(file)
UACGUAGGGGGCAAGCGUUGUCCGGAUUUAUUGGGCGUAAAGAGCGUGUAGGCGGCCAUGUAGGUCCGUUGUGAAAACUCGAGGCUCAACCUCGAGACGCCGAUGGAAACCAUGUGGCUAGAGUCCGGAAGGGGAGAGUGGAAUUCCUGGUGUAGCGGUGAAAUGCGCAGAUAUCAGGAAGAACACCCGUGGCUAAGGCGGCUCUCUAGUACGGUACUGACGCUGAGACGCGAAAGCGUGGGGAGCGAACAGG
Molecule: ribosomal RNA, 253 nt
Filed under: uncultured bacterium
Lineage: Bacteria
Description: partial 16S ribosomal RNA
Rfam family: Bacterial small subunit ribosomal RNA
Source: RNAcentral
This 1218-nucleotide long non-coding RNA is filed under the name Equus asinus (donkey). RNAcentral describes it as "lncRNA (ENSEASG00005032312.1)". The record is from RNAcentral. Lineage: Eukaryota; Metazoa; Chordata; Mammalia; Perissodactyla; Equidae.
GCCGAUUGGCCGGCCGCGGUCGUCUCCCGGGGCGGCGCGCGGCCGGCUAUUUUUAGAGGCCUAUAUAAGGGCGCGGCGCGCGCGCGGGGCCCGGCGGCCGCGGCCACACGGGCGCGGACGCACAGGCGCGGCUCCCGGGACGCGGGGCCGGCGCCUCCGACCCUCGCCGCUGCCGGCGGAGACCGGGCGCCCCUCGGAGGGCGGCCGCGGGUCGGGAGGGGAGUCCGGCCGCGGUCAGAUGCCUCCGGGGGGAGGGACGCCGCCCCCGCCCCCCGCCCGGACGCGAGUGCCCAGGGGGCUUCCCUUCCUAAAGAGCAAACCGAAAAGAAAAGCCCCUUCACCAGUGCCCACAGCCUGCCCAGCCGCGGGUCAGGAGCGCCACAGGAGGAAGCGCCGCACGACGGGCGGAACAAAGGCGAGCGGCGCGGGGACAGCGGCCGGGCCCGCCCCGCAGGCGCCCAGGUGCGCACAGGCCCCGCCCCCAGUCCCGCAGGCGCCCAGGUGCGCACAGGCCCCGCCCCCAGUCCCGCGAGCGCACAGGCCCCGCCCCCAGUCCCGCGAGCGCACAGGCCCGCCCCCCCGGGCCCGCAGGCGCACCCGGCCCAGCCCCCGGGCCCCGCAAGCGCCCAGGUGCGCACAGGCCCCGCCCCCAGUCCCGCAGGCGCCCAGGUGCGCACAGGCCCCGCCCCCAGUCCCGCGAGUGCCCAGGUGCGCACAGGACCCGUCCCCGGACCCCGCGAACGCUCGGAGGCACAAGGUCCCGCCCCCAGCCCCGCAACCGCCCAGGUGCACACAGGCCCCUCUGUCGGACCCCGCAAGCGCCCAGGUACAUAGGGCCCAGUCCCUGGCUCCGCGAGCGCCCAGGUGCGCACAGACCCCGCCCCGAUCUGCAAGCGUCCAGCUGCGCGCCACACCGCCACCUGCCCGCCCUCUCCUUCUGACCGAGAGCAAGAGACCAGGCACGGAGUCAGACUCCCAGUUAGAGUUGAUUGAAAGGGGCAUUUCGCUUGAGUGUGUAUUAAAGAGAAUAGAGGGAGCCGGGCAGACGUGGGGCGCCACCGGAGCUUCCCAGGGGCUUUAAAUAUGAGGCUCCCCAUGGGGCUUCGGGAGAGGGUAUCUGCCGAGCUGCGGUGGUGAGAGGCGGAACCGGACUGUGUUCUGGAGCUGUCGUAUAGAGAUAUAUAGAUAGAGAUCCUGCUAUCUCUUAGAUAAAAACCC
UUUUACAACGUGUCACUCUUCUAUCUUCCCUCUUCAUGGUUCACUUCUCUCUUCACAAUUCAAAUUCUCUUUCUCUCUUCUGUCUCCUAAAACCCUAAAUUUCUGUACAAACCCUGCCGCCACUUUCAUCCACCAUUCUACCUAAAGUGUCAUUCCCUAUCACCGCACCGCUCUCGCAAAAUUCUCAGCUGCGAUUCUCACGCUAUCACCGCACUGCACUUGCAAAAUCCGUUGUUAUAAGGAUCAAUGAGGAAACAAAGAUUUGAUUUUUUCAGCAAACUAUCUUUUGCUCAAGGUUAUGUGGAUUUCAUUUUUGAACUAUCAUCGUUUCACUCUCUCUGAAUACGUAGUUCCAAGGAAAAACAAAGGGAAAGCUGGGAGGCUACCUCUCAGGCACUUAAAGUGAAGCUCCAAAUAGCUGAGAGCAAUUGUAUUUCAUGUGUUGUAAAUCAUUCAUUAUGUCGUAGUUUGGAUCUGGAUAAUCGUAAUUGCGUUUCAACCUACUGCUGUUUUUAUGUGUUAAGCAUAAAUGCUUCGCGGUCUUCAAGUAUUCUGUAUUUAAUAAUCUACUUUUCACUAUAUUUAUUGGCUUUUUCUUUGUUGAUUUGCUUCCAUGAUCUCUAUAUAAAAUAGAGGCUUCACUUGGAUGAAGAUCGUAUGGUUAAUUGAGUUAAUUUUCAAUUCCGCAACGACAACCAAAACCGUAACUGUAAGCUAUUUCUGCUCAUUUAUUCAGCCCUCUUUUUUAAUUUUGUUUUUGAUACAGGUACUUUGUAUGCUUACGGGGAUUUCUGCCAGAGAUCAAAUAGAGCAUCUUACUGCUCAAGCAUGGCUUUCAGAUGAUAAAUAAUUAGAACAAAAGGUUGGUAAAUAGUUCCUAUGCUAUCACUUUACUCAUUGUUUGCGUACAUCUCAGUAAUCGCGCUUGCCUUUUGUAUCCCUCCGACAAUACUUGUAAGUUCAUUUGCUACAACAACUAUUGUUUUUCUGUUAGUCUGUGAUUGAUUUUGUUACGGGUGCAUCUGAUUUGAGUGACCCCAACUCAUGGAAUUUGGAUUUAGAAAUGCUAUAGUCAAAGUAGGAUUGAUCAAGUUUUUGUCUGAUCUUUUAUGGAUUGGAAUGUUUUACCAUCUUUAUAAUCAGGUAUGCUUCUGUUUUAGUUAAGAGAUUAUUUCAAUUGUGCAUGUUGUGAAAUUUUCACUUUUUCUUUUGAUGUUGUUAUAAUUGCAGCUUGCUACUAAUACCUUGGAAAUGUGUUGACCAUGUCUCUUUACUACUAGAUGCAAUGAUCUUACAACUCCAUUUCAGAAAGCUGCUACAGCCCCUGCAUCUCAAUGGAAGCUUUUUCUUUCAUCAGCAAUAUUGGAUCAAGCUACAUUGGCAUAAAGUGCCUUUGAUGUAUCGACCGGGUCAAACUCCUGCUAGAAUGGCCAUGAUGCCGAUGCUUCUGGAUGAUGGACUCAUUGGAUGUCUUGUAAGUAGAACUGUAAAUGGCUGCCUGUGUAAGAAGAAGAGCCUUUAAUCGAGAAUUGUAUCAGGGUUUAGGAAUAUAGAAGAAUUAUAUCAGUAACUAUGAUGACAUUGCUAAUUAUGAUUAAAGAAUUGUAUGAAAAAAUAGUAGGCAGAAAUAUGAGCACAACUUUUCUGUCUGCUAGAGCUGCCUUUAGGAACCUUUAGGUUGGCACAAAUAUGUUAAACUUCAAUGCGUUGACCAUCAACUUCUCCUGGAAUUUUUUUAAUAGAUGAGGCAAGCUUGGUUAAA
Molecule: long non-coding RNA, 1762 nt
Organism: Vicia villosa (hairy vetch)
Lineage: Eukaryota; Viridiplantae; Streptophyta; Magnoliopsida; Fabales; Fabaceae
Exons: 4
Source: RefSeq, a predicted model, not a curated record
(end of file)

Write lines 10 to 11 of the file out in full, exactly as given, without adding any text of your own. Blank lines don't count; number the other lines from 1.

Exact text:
UUUUACAACGUGUCACUCUUCUAUCUUCCCUCUUCAUGGUUCACUUCUCUCUUCACAAUUCAAAUUCUCUUUCUCUCUUCUGUCUCCUAAAACCCUAAAUUUCUGUACAAACCCUGCCGCCACUUUCAUCCACCAUUCUACCUAAAGUGUCAUUCCCUAUCACCGCACCGCUCUCGCAAAAUUCUCAGCUGCGAUUCUCACGCUAUCACCGCACUGCACUUGCAAAAUCCGUUGUUAUAAGGAUCAAUGAGGAAACAAAGAUUUGAUUUUUUCAGCAAACUAUCUUUUGCUCAAGGUUAUGUGGAUUUCAUUUUUGAACUAUCAUCGUUUCACUCUCUCUGAAUACGUAGUUCCAAGGAAAAACAAAGGGAAAGCUGGGAGGCUACCUCUCAGGCACUUAAAGUGAAGCUCCAAAUAGCUGAGAGCAAUUGUAUUUCAUGUGUUGUAAAUCAUUCAUUAUGUCGUAGUUUGGAUCUGGAUAAUCGUAAUUGCGUUUCAACCUACUGCUGUUUUUAUGUGUUAAGCAUAAAUGCUUCGCGGUCUUCAAGUAUUCUGUAUUUAAUAAUCUACUUUUCACUAUAUUUAUUGGCUUUUUCUUUGUUGAUUUGCUUCCAUGAUCUCUAUAUAAAAUAGAGGCUUCACUUGGAUGAAGAUCGUAUGGUUAAUUGAGUUAAUUUUCAAUUCCGCAACGACAACCAAAACCGUAACUGUAAGCUAUUUCUGCUCAUUUAUUCAGCCCUCUUUUUUAAUUUUGUUUUUGAUACAGGUACUUUGUAUGCUUACGGGGAUUUCUGCCAGAGAUCAAAUAGAGCAUCUUACUGCUCAAGCAUGGCUUUCAGAUGAUAAAUAAUUAGAACAAAAGGUUGGUAAAUAGUUCCUAUGCUAUCACUUUACUCAUUGUUUGCGUACAUCUCAGUAAUCGCGCUUGCCUUUUGUAUCCCUCCGACAAUACUUGUAAGUUCAUUUGCUACAACAACUAUUGUUUUUCUGUUAGUCUGUGAUUGAUUUUGUUACGGGUGCAUCUGAUUUGAGUGACCCCAACUCAUGGAAUUUGGAUUUAGAAAUGCUAUAGUCAAAGUAGGAUUGAUCAAGUUUUUGUCUGAUCUUUUAUGGAUUGGAAUGUUUUACCAUCUUUAUAAUCAGGUAUGCUUCUGUUUUAGUUAAGAGAUUAUUUCAAUUGUGCAUGUUGUGAAAUUUUCACUUUUUCUUUUGAUGUUGUUAUAAUUGCAGCUUGCUACUAAUACCUUGGAAAUGUGUUGACCAUGUCUCUUUACUACUAGAUGCAAUGAUCUUACAACUCCAUUUCAGAAAGCUGCUACAGCCCCUGCAUCUCAAUGGAAGCUUUUUCUUUCAUCAGCAAUAUUGGAUCAAGCUACAUUGGCAUAAAGUGCCUUUGAUGUAUCGACCGGGUCAAACUCCUGCUAGAAUGGCCAUGAUGCCGAUGCUUCUGGAUGAUGGACUCAUUGGAUGUCUUGUAAGUAGAACUGUAAAUGGCUGCCUGUGUAAGAAGAAGAGCCUUUAAUCGAGAAUUGUAUCAGGGUUUAGGAAUAUAGAAGAAUUAUAUCAGUAACUAUGAUGACAUUGCUAAUUAUGAUUAAAGAAUUGUAUGAAAAAAUAGUAGGCAGAAAUAUGAGCACAACUUUUCUGUCUGCUAGAGCUGCCUUUAGGAACCUUUAGGUUGGCACAAAUAUGUUAAACUUCAAUGCGUUGACCAUCAACUUCUCCUGGAAUUUUUUUAAUAGAUGAGGCAAGCUUGGUUAAA
Molecule: long non-coding RNA, 1762 nt